“Polypill” improves outcomes in cardiovascular disease

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1. A fixed-dose combination (FDC) combination is a single pill containing doses of multiple individual medications indicated for treatment of a condition. 

2. FDC therapy for patients with cardiovascular disease increased adherence and slightly improved LDL and systolic blood pressures in the experimental population. 

Evidence Rating Level: 1 (Excellent) 

Study Rundown: This study, based on data from the UMPIRE trial, reported the effect of fixed-dose combination (FDC), also known as “polypill”, therapy on adherence and risk factor levels in patients with or at risk of cardiovascular disease (CVD). The FDC formulations included aspirin, simvastatin, lisinopril and either atenolol or hydrochlorothiazide. It was found that compared to the control group, which was treated based on physician recommendations, patients taking one of two different formulations of the FDC achieved greater adherence and lower systolic blood pressures (SBP) and LDL cholesterol levels after a follow-up period of 12-15 months. The reductions in SBP and LDL were relatively small but still significant.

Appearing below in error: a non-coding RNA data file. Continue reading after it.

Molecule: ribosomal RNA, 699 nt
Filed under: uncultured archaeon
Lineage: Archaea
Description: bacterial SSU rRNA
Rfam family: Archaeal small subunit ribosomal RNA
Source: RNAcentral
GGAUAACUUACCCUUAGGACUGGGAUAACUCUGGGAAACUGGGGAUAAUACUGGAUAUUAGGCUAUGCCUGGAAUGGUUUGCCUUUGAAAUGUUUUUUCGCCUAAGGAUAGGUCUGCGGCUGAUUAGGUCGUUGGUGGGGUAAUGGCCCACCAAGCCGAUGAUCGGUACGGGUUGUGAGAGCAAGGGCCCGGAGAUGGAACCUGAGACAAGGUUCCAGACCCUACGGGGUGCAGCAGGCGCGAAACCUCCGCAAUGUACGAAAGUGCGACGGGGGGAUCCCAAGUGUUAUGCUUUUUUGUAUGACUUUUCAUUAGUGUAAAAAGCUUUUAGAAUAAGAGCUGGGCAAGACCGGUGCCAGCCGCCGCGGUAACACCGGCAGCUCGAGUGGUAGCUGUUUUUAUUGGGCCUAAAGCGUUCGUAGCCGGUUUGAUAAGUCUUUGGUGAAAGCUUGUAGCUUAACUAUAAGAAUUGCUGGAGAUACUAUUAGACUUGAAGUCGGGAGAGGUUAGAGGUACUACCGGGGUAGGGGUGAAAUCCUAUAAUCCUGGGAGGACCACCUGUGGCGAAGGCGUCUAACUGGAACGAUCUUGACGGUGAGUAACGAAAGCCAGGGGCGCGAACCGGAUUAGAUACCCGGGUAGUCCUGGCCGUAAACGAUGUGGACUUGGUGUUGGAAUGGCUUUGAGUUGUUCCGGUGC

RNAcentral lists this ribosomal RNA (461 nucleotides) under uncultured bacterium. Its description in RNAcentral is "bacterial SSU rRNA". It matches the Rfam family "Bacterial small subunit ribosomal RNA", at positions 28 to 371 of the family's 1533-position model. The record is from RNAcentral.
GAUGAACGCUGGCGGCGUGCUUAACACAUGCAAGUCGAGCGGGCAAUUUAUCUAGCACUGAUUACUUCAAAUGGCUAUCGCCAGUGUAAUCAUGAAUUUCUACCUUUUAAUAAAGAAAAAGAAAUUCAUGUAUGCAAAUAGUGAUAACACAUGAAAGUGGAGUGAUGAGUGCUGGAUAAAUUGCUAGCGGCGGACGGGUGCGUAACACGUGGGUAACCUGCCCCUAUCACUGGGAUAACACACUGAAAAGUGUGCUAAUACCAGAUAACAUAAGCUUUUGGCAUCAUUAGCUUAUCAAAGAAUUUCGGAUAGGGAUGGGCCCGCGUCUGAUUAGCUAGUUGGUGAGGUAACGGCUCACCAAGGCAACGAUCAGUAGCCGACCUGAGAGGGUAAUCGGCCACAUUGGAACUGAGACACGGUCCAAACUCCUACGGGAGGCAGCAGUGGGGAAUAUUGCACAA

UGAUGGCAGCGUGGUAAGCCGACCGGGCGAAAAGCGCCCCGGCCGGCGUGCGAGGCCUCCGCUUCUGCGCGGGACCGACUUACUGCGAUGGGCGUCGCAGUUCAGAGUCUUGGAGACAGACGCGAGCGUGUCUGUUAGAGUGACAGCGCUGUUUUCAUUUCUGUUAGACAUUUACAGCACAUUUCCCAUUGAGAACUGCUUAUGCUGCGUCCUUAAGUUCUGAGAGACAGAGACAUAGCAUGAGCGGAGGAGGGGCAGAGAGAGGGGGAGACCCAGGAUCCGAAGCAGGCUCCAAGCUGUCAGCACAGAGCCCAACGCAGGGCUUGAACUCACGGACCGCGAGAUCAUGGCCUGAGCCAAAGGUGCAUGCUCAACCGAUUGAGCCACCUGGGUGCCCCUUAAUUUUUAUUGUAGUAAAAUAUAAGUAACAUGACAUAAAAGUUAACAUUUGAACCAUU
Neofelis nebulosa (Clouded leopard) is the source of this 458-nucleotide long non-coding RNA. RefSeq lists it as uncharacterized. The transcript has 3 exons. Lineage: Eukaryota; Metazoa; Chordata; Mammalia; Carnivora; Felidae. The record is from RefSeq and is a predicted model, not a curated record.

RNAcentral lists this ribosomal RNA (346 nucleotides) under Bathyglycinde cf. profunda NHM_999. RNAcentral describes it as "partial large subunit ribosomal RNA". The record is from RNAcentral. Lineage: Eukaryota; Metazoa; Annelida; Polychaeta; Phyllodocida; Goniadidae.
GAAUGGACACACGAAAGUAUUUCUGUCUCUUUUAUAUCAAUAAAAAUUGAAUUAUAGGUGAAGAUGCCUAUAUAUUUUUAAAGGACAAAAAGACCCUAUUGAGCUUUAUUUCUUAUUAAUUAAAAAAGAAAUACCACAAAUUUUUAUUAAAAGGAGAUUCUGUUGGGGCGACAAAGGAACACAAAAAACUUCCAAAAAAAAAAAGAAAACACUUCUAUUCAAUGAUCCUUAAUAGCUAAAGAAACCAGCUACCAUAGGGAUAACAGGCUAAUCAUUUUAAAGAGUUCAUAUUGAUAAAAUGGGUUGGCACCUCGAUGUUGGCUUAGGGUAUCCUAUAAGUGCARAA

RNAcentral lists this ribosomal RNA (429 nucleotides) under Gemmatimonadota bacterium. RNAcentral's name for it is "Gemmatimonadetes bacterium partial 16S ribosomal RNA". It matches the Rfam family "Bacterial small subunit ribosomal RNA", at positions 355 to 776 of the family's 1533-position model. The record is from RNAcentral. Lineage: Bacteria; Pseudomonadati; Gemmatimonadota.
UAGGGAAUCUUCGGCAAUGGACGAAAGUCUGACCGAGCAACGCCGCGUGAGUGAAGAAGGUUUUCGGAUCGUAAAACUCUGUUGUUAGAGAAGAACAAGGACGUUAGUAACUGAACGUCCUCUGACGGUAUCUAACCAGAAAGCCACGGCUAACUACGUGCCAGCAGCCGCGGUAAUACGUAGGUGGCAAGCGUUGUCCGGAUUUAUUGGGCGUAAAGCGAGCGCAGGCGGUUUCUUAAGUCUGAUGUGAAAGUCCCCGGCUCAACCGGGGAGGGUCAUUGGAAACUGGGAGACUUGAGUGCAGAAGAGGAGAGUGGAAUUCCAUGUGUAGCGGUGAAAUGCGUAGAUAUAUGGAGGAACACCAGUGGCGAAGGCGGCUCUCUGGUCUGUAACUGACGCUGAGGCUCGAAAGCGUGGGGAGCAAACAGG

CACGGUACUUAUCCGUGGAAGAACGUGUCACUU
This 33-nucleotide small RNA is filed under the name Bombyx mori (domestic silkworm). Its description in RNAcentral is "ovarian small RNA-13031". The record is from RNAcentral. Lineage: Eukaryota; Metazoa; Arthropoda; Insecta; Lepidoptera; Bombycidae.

This study is not necessarily generalizable as the study population had a higher overall level of adherence relative to the overall population. Furthermore, other studies have demonstrated greater increases in adherence. While this trial is strengthened by its large number of participants and high reporting rates, the number of fatal CVD events and duration of follow-up are insufficient to draw firm conclusions on the overall effects of using the FDC. A point of concern and debate is whether the designated FDC regimens allow for enough control in the treatment of CVD patients. While pre-specified drugs dosages may be adequate for many patients, there may also be significant populations of patients who require a finer control of individual drug dosages.

Click to read the study, published today in JAMA

In-Depth: [prospective, randomized clinical trial]: This prospective randomized study analyzed the effects of FDC regimens on adherence and outcome measures in patients with established and increased risk of CVD. The patient population included men and women aged 18 years or over with established coronary heart disease, cerebrovascular disease, or peripheral vascular disease, or an estimated 5-year CVD risk of 15% or greater. A total of 2,004 patients were enrolled into the trial. The participants were randomized into a control group or one of two FDC groups. Treatment of the control group was based on the patients’ physicians’ recommendations. The experimental groups received a polypill with aspirin 75mg, simvastatin 40 mg, lisinopril 10mg, and either atenolol 50mg or hydrochlorothiazide 12.5mg depending on physician preference.

The FDC group had improved adherence (RR1.33, CI95%[1.26 to 1.41]), systolic blood pressure  (-2.6mmHg, CI95%[-4.0 to -1.1]) , and LDL measures (-4.2mg/dL, CI95%[-6.6 to -1.9]) when compared to the control group. HDL, triglyceride, and total cholesterol levels were not significantly different between the groups.

By Ravi Shah and Rif Rahman

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